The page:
The toughest question Gino Bennett asks me is, “Are you saying that a person who is committing a violation is not under the authority of our officer?”

Mr. Bennett is the chief lieutenant of Jim Hammond, Hamilton County’s elected sheriff, and is almost always attending to the county’s most powerful man as his director of support services and chief seeker for departmental cash-flow and grants.

By David Tulis / 92.7 NoogaRadio

Today he is attending a county commission meeting. Mr. Hammond, wearing a cowboy hat, is tucked away in a back room to discuss a legal matter. Mr. Bennett, bedecked in a sharp purple tie, sits next to Mr. Hammond’s empty seat on his left — and me on his right.

Mr. Bennett says he is unaware of transportation administrative notice, which has been hanging over the head of the department since March 1. He indicates he is unfamiliar with the liberty issues I raise.

‘Under the scope’

My answer in our personable back-and-forth is that if the alleged violator is not under the scope of the statute at Tenn. Code Ann. § Title 55 (“vehicles and motor vehicles” — the transportation law), his misdeed is not “a violation. ”

It is only a violation for someone who’s under the statute, within the purview of the statute.

Now the answer could have been developed. A motorist who catches a deputy’s eye for “a violation” might be stopped under tort and nuisance law if that traveling person is a private user (noncommercial). A man driving drunkenly is a nuisance. Yes, there are way of apprehending dangerous private users of the freeway. But they are not under Title 55.

We move on to cover more ground.

I assure Mr. Bennett that the courts hold in error my position on the right of free use of the public right of way. The statute is of no account in face of court policy. Neal Pinkston, I tell him, has summarized controlling policy in saying there is no right to travel except in the changing of domicile from one state to another and that, therefore, all movement by car or truck is subject to police power under Title 55 and that all such use is commercial.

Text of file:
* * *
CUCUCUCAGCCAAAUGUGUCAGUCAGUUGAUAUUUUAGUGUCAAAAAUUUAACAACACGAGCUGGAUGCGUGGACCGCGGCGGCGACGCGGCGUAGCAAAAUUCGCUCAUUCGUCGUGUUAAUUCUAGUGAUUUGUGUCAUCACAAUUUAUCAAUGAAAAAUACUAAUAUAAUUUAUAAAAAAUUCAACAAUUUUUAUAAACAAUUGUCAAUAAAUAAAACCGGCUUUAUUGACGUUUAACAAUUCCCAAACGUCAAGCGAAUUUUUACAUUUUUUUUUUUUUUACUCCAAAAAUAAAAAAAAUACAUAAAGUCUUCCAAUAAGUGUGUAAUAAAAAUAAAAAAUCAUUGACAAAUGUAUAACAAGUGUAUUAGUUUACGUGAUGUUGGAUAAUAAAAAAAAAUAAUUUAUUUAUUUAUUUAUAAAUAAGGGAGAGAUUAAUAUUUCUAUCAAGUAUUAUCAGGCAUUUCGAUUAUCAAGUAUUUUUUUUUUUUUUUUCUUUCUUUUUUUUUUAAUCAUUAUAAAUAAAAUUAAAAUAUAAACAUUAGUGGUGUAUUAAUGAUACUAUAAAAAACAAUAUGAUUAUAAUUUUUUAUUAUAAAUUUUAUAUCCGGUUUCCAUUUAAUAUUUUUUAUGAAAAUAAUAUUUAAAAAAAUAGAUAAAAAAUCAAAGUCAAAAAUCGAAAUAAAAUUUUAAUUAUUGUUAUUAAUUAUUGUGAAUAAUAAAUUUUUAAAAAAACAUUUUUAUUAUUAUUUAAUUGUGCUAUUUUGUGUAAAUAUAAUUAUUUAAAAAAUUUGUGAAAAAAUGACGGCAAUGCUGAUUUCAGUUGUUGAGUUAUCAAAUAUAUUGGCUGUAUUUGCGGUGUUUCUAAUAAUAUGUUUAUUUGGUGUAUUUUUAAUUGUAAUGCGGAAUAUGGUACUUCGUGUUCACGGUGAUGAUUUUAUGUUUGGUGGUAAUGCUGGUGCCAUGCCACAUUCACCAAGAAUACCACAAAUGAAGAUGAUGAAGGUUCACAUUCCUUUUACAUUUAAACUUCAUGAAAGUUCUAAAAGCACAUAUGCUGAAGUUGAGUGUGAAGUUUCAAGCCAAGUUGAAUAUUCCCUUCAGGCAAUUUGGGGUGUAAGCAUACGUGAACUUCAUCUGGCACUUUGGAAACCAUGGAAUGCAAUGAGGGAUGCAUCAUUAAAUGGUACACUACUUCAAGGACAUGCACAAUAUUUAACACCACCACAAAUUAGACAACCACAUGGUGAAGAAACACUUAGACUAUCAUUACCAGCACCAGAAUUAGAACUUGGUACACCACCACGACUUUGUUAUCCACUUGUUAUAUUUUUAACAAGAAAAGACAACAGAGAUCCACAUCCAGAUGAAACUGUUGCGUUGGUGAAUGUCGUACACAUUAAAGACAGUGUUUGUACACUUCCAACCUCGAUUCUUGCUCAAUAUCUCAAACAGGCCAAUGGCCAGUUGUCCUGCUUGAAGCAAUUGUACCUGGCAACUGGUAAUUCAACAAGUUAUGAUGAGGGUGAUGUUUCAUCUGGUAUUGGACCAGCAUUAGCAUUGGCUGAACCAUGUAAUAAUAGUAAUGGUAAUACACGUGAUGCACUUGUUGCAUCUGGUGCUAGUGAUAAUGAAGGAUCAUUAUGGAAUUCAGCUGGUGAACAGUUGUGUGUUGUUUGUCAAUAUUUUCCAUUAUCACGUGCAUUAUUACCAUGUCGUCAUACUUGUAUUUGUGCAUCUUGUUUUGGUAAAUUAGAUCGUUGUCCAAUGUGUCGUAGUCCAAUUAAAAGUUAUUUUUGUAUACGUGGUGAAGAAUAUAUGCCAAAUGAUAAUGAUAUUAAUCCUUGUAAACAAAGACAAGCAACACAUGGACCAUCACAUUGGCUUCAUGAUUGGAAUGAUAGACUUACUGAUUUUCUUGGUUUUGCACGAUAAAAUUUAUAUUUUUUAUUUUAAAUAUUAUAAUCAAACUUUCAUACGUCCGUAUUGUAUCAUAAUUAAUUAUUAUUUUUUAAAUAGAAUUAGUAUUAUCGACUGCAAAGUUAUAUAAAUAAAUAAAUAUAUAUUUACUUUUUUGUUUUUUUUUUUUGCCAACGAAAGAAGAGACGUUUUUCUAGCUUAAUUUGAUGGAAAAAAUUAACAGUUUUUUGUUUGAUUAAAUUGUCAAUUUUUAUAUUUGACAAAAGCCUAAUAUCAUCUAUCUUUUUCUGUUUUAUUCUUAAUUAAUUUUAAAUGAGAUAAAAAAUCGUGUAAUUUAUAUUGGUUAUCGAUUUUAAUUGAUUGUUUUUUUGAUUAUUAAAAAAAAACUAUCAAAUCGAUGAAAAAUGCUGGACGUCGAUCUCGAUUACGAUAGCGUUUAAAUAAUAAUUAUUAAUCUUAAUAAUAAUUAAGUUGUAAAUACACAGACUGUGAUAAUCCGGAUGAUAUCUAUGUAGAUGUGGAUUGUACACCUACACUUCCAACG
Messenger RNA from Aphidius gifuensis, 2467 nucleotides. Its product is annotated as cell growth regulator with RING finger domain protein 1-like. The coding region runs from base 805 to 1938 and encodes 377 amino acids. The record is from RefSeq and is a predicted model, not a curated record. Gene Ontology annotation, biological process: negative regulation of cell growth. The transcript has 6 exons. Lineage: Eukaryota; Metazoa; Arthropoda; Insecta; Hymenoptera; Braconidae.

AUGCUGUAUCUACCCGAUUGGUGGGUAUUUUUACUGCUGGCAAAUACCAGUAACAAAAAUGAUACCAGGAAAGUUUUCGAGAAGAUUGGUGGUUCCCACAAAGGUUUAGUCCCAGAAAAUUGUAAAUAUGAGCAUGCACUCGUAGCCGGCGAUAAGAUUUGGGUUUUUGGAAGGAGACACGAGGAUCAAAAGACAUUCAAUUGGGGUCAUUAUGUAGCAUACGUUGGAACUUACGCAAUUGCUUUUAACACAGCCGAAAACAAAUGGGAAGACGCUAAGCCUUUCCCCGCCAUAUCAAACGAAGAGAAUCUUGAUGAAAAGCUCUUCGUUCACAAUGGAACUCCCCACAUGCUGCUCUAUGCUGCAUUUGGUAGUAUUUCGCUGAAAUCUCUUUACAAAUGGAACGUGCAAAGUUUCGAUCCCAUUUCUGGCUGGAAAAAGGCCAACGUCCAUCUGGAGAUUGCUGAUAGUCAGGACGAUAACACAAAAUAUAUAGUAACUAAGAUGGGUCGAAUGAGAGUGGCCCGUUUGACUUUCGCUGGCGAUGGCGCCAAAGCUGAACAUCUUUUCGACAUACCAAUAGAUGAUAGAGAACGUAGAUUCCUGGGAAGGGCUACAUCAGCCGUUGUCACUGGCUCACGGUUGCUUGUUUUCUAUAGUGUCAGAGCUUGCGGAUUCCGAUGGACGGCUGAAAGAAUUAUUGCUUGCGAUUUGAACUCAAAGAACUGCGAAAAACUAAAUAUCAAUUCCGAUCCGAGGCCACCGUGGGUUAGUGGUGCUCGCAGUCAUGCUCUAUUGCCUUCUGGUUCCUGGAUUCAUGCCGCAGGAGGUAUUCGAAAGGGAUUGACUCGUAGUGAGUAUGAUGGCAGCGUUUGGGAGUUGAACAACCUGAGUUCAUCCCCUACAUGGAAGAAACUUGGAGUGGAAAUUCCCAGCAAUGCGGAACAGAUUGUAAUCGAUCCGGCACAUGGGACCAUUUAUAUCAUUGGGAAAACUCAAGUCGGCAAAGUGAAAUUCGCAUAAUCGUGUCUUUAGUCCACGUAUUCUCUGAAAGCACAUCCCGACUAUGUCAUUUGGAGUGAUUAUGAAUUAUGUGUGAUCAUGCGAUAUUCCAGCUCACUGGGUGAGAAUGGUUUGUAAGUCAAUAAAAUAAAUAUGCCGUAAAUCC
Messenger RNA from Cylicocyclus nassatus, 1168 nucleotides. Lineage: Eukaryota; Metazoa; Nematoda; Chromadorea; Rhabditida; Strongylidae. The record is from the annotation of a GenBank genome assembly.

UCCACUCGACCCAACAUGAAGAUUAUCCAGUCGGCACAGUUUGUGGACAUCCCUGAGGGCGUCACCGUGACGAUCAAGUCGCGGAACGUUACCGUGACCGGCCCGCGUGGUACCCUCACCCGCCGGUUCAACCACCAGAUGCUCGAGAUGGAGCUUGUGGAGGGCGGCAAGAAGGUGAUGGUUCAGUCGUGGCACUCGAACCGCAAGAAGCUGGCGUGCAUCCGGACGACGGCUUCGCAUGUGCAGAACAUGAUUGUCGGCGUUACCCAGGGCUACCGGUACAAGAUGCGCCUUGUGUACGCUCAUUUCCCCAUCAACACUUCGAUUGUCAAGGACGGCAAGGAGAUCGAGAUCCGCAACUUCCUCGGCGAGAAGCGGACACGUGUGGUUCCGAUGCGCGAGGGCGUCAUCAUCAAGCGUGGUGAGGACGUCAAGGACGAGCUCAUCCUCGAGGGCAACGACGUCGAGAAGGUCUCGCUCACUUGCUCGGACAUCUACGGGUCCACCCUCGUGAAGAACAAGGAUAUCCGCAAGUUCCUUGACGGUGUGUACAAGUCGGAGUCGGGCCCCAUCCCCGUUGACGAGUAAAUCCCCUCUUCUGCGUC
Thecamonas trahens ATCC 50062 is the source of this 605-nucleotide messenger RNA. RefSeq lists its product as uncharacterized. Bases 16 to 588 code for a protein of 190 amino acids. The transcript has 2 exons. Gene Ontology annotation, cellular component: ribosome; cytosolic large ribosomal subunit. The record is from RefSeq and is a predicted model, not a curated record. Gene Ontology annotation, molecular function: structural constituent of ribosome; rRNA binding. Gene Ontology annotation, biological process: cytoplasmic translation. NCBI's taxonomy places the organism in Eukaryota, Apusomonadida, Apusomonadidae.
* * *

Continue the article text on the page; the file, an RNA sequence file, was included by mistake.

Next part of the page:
But I press on. The sheriff and his department should not sit pretty with that comfort of black-robed support — on account of my notice.

I tell him about the power of proper notice. Notice denies the deputy his good faith defense in a civil prosecution for oppression and tort because it cites the statute as properly construed pursuant to the ordinary rules of statutory construction. These rules are ignored by Tennessee courts so that the state might maintain its policy of enforcement and deprive the people by legal fiction of their liberties for the convenience of the state and for the maintenance of custom among police and sheriff’s departments across Tennessee.

Taking grandkids to the pool

But the statute cannot be ignored, and its scope cannot be eluded by practitioners of police powers. I assure Mr. Bennett that the danger of retaliation against his officers is real. His department has been notified. The head has been notified and by law all the agents are notified. I don’t bring up the question about whether Sheriff Hammond and his top deputies care for the officers personal and legal well-being. Clearly and surely they do care for individual deputies in the agency’s traffic division.

The point is: Officers are bound by law and by their oaths, not by policy. If they enforce the law ultra vires (or outside the scope), they are acting only under color of law, even if state policy supports their action.

I insist that Mr. Bennett understand that under the notice doctrine, a proper notice requires response — a traffic stop protocol reform or a rebuttal.